Curling – Whitby, ON

Anything my sister can do, I can do better.

After defending my Mario Kart 64 crown from my sibling’s hands last weekend – despite her semester of practice, nonetheless – it was time to step into her old domain – stone huckin’ on ice, or as the locals call it, curling.

Curling runs shallow in the Gymineer blood line, but it runs. My sister and cousins grew up playing the game, though maybe that’s why I took so long to come around to it. Any sport my sister found before me was pretty well a write-off, I had a reputation to uphold. Such are the consequences of stereotypes.

Really though, it shouldn’t have taken me this long to try a sport that’s played four minutes from my house. I guess it comes down to what I’ll call the first of my Gymineer ideals: it’s not going to happen unless you push yourself – off your ass, out the door, into the action.

Different sports come with different expectations: 400M hurdles – difficult, elephant polo – hard to find, curling – pretty simple. But a 43 lb stone in your hand and a left shoe covered in tape can spice any sport up.

Here’s how it works: Regular curlers have two different soles on their shoes, one slippery, one grippery. The tape they sometimes use on us beginners is a makeshift “slider” sole. You then step onto the ice which is covered in tiny ice bumps – these allow the stones to curve if they’re thrown with a light spin. At each end of the rink there’s concentric circles, imaginatively known as the circles.

In a proper game there’s four members to a team who take turns throwing stones while the others sweep or yell at people to sweep – both equally fun . At the end of every round or end the goal is to have the stone closest to the centre of the circles. This earns you one point, plus a point for every other stone inside your opponent’s closest rock.

The thrower pushes off of a hack, which is basically a sprinting block that somewhat drilled into the ice. I was so concerned about heaving the rock through the other end of the rink that my first throw, well, you can watch the video, but it fell well short of the circles. It’s interesting playing with a group of beginners, because not only am I as the thrower trying to find my distance, but the sweepers are not particularly wise judges of speed – so people end up sweeping stones that are already going way too fast or ignoring stones going too slow. It comes quick enough though (An impressive “leave it!” call by Range on my last throw in the video, and may I say, quite the toss).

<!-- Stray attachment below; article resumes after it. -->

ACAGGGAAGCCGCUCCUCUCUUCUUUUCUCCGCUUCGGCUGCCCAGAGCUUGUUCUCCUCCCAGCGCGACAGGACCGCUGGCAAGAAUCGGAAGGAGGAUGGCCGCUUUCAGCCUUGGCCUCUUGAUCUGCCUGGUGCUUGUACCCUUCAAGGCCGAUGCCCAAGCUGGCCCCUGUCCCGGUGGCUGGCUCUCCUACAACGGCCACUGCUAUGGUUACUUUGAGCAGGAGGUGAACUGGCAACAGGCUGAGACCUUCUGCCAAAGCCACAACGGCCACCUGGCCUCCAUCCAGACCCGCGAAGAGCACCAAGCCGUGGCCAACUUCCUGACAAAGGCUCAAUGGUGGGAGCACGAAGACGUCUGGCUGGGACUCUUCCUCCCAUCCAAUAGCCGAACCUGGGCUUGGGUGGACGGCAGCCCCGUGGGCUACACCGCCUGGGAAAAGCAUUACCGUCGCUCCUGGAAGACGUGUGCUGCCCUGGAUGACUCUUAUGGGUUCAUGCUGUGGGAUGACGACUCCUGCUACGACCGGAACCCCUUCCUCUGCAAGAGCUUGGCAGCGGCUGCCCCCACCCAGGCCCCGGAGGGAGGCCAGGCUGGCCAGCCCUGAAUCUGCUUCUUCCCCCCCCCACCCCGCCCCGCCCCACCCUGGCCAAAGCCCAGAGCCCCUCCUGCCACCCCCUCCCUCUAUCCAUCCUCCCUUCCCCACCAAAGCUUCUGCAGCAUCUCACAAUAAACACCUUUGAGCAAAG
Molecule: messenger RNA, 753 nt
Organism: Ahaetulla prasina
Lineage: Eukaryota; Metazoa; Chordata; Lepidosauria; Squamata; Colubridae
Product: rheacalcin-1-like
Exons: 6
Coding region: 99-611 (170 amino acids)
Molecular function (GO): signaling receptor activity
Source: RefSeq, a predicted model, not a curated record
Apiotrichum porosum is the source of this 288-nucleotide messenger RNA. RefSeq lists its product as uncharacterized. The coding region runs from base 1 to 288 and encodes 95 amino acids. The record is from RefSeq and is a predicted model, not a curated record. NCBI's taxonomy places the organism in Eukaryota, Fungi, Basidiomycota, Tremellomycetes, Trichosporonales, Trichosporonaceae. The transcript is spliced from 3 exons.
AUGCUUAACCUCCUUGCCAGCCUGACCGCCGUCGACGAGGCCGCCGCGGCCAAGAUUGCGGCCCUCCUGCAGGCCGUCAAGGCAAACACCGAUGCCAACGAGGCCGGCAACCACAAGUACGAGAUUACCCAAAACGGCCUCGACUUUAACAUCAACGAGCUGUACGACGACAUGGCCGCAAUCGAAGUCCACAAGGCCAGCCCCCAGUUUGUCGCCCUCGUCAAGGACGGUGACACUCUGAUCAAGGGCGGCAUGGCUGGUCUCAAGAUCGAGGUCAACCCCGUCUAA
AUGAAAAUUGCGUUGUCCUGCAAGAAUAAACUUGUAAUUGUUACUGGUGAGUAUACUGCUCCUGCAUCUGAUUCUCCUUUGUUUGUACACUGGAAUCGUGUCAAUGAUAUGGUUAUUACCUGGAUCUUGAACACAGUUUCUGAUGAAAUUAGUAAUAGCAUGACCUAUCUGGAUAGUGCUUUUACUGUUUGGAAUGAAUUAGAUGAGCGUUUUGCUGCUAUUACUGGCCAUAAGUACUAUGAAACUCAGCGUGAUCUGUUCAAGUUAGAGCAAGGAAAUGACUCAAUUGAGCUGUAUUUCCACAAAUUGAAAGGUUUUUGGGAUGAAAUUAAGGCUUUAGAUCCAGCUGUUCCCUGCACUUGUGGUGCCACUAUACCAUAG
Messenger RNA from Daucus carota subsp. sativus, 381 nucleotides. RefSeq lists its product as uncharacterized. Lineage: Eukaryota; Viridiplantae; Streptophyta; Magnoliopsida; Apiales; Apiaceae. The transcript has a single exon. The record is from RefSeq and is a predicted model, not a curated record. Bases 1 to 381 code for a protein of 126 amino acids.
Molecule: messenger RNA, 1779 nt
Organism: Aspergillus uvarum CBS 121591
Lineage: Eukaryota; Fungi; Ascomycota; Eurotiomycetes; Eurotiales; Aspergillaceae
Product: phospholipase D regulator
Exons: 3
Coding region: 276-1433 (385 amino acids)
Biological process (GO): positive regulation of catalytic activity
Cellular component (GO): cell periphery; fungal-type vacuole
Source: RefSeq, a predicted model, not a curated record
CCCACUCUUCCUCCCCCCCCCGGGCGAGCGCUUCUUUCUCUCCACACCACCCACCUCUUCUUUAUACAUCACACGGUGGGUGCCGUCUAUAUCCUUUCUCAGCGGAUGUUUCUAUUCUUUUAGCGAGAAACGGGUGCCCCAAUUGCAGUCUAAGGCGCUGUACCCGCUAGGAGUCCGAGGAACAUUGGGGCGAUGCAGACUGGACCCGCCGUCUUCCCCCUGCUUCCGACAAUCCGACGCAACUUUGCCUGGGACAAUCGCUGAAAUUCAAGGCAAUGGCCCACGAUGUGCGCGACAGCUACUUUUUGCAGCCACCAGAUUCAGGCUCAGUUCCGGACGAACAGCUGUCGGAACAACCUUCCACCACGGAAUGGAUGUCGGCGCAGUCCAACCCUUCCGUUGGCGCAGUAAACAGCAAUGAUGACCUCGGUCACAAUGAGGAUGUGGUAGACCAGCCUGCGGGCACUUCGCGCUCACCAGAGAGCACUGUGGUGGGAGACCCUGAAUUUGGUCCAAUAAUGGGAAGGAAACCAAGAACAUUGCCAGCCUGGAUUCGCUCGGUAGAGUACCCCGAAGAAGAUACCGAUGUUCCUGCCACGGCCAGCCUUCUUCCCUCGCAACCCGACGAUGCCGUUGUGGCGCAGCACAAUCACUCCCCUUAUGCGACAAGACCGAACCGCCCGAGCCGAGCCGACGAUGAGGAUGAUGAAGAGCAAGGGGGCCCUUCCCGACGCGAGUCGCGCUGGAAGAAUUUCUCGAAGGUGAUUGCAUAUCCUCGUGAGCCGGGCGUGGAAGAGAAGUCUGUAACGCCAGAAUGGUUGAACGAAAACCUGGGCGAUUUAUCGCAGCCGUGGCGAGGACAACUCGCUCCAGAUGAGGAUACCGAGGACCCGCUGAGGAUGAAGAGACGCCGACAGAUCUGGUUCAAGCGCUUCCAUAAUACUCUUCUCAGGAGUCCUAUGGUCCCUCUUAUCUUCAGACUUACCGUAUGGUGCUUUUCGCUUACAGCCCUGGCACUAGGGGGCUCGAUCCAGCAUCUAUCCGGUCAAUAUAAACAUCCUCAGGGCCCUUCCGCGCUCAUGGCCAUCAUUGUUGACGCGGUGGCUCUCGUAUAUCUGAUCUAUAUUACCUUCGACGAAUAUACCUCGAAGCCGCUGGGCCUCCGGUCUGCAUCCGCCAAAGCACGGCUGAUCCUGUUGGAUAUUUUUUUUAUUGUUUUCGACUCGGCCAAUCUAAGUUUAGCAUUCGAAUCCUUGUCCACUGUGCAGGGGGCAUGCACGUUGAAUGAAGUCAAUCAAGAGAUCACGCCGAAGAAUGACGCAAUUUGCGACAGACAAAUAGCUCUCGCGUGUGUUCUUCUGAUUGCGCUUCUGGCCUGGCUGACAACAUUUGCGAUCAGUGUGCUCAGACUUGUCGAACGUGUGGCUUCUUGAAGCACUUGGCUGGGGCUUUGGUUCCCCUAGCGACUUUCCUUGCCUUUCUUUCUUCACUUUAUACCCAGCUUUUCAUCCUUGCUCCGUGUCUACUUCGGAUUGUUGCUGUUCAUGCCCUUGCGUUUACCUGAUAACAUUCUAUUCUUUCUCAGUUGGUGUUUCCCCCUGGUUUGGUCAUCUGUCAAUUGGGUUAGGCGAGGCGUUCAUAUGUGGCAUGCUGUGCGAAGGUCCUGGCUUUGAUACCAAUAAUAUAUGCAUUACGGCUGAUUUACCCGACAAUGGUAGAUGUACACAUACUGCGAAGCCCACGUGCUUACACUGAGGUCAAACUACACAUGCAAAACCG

There are three basic strategies to look for when you’re throwing, listed in order of sweetness, from apples to maple syrup covered fudge:

  1. The Guard – When your team’s already sitting pretty, you throw up an extra stone as a sacrificial block.

  2. The Bullseye – When it’s open, you go for the glory.

  3. The Banger – When the other team is somewhere you don’t want them to be, you bang it.

    (Note – There probably are more strategies, but that’s what I picked up in an hour. I also took the liberty of naming “The Bullseye” and “The Banger”).

Sweepers try and help the thrower with whatever strategy their Skip, or captain, has decided on. We got a bit caught up in the sweeping as we were practicing. Just remember – sweeping makes the rock speed up, not slow down. Lesson learned.

After years of turning to TSN for sports highlights and being momentarily hypnotized by the Brier, I should have remembered that there is also a defensive element to curling, but I forget things. But yes, it’s true, it’s all true. The back half of the circles is reserved for your opponents when you throw, and there they are allowed to sweep to their hearts’ content to try and guide your stones out the back of the circles.

By now you’re probably thinking “Gymineer, this sounds great, but curling looks really dangerous. What are the risks, and can I wear a helmet?”

Yes, and these are the risks:

  1. The Ice Technician. It was made very clear to us before stepping on the ice that dropping a 43lb weight on the thin sheet of ice, or throwing it through the end of the rink, would make this person very, very upset. For this reason we were told to never lift a rock off the ice, and to sacrifice ourselves if we had to slow down a runaway rock (The ice technician and instructor, Rob, was actually an incredibly helpful and friendly chap. Then again, we heeded his advice, and didn’t break his ice).

  2. The rocks. They weigh 43lbs and slide at you. They’re easy to avoid, mostly.

  3. The ice. It’s slippery. If you step out there taped foot first you’re going down. Wish I caught those on tape.

Now, if you’ve seen the video, you’re probably wondering what’s up. “Hey Gymineer, they let some dude out there in a Don Cherry suit and Queen’s University graduation cap from ’79. Do they let just any schmuck throw those stones around?”

The sad fact is that while Curling acts like a sport that’s open to everyone, this isn’t the case. If you still sleep in a baby crib, or if you are over 40ft tall and can’t fit under an arena ceiling, then curling is not for you. However, if you’re in the remaining minority of people, then count yourself lucky and go check out a local bonspiel (stone huckin’ tourney), or call up the rink in your neighbourhood and say “Hey, I’ve never curled before, but I am interested. You got anything for me?”

Seriously. Go.